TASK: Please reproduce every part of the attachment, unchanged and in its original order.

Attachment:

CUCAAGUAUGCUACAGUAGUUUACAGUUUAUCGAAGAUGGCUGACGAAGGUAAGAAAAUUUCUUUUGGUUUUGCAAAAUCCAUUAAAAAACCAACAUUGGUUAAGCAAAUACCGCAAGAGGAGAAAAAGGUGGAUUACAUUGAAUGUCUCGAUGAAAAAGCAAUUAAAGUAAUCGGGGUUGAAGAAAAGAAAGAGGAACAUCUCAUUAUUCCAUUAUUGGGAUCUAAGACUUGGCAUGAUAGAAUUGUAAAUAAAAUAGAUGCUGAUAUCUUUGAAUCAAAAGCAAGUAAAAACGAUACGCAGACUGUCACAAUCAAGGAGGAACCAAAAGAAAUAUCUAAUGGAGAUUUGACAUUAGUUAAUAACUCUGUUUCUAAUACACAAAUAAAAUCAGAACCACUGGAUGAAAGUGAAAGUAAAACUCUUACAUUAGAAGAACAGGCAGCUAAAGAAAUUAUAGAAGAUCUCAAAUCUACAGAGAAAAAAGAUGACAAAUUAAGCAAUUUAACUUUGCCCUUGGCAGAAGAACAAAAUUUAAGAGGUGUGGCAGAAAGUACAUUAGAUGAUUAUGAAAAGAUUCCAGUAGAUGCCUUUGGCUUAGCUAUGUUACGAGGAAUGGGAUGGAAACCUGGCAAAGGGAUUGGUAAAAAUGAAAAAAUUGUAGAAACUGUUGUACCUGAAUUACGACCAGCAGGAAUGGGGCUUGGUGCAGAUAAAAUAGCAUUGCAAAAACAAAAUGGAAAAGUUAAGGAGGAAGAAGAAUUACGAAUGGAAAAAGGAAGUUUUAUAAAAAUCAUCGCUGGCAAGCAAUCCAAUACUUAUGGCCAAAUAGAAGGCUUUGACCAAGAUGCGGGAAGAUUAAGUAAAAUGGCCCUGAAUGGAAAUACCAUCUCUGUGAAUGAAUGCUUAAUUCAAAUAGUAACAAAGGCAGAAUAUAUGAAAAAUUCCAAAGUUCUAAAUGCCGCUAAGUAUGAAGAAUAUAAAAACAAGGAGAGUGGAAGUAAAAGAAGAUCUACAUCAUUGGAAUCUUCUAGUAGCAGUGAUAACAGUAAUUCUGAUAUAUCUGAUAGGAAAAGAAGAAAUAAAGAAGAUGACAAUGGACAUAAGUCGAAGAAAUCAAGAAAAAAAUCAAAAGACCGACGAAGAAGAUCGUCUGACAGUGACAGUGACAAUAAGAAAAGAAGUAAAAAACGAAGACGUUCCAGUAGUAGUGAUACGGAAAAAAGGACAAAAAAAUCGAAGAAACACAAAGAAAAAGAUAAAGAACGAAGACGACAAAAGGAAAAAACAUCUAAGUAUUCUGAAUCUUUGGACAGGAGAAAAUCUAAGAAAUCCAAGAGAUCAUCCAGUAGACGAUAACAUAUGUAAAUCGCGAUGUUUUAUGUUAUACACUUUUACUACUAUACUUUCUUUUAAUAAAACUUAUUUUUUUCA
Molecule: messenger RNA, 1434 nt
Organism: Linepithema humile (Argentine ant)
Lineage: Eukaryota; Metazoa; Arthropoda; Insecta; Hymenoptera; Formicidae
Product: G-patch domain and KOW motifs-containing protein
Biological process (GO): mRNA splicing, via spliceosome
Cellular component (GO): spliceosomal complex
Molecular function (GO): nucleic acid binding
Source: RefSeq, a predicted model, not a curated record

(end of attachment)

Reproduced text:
CUCAAGUAUGCUACAGUAGUUUACAGUUUAUCGAAGAUGGCUGACGAAGGUAAGAAAAUUUCUUUUGGUUUUGCAAAAUCCAUUAAAAAACCAACAUUGGUUAAGCAAAUACCGCAAGAGGAGAAAAAGGUGGAUUACAUUGAAUGUCUCGAUGAAAAAGCAAUUAAAGUAAUCGGGGUUGAAGAAAAGAAAGAGGAACAUCUCAUUAUUCCAUUAUUGGGAUCUAAGACUUGGCAUGAUAGAAUUGUAAAUAAAAUAGAUGCUGAUAUCUUUGAAUCAAAAGCAAGUAAAAACGAUACGCAGACUGUCACAAUCAAGGAGGAACCAAAAGAAAUAUCUAAUGGAGAUUUGACAUUAGUUAAUAACUCUGUUUCUAAUACACAAAUAAAAUCAGAACCACUGGAUGAAAGUGAAAGUAAAACUCUUACAUUAGAAGAACAGGCAGCUAAAGAAAUUAUAGAAGAUCUCAAAUCUACAGAGAAAAAAGAUGACAAAUUAAGCAAUUUAACUUUGCCCUUGGCAGAAGAACAAAAUUUAAGAGGUGUGGCAGAAAGUACAUUAGAUGAUUAUGAAAAGAUUCCAGUAGAUGCCUUUGGCUUAGCUAUGUUACGAGGAAUGGGAUGGAAACCUGGCAAAGGGAUUGGUAAAAAUGAAAAAAUUGUAGAAACUGUUGUACCUGAAUUACGACCAGCAGGAAUGGGGCUUGGUGCAGAUAAAAUAGCAUUGCAAAAACAAAAUGGAAAAGUUAAGGAGGAAGAAGAAUUACGAAUGGAAAAAGGAAGUUUUAUAAAAAUCAUCGCUGGCAAGCAAUCCAAUACUUAUGGCCAAAUAGAAGGCUUUGACCAAGAUGCGGGAAGAUUAAGUAAAAUGGCCCUGAAUGGAAAUACCAUCUCUGUGAAUGAAUGCUUAAUUCAAAUAGUAACAAAGGCAGAAUAUAUGAAAAAUUCCAAAGUUCUAAAUGCCGCUAAGUAUGAAGAAUAUAAAAACAAGGAGAGUGGAAGUAAAAGAAGAUCUACAUCAUUGGAAUCUUCUAGUAGCAGUGAUAACAGUAAUUCUGAUAUAUCUGAUAGGAAAAGAAGAAAUAAAGAAGAUGACAAUGGACAUAAGUCGAAGAAAUCAAGAAAAAAAUCAAAAGACCGACGAAGAAGAUCGUCUGACAGUGACAGUGACAAUAAGAAAAGAAGUAAAAAACGAAGACGUUCCAGUAGUAGUGAUACGGAAAAAAGGACAAAAAAAUCGAAGAAACACAAAGAAAAAGAUAAAGAACGAAGACGACAAAAGGAAAAAACAUCUAAGUAUUCUGAAUCUUUGGACAGGAGAAAAUCUAAGAAAUCCAAGAGAUCAUCCAGUAGACGAUAACAUAUGUAAAUCGCGAUGUUUUAUGUUAUACACUUUUACUACUAUACUUUCUUUUAAUAAAACUUAUUUUUUUCA
Molecule: messenger RNA, 1434 nt
Organism: Linepithema humile (Argentine ant)
Lineage: Eukaryota; Metazoa; Arthropoda; Insecta; Hymenoptera; Formicidae
Product: G-patch domain and KOW motifs-containing protein
Biological process (GO): mRNA splicing, via spliceosome
Cellular component (GO): spliceosomal complex
Molecular function (GO): nucleic acid binding
Source: RefSeq, a predicted model, not a curated record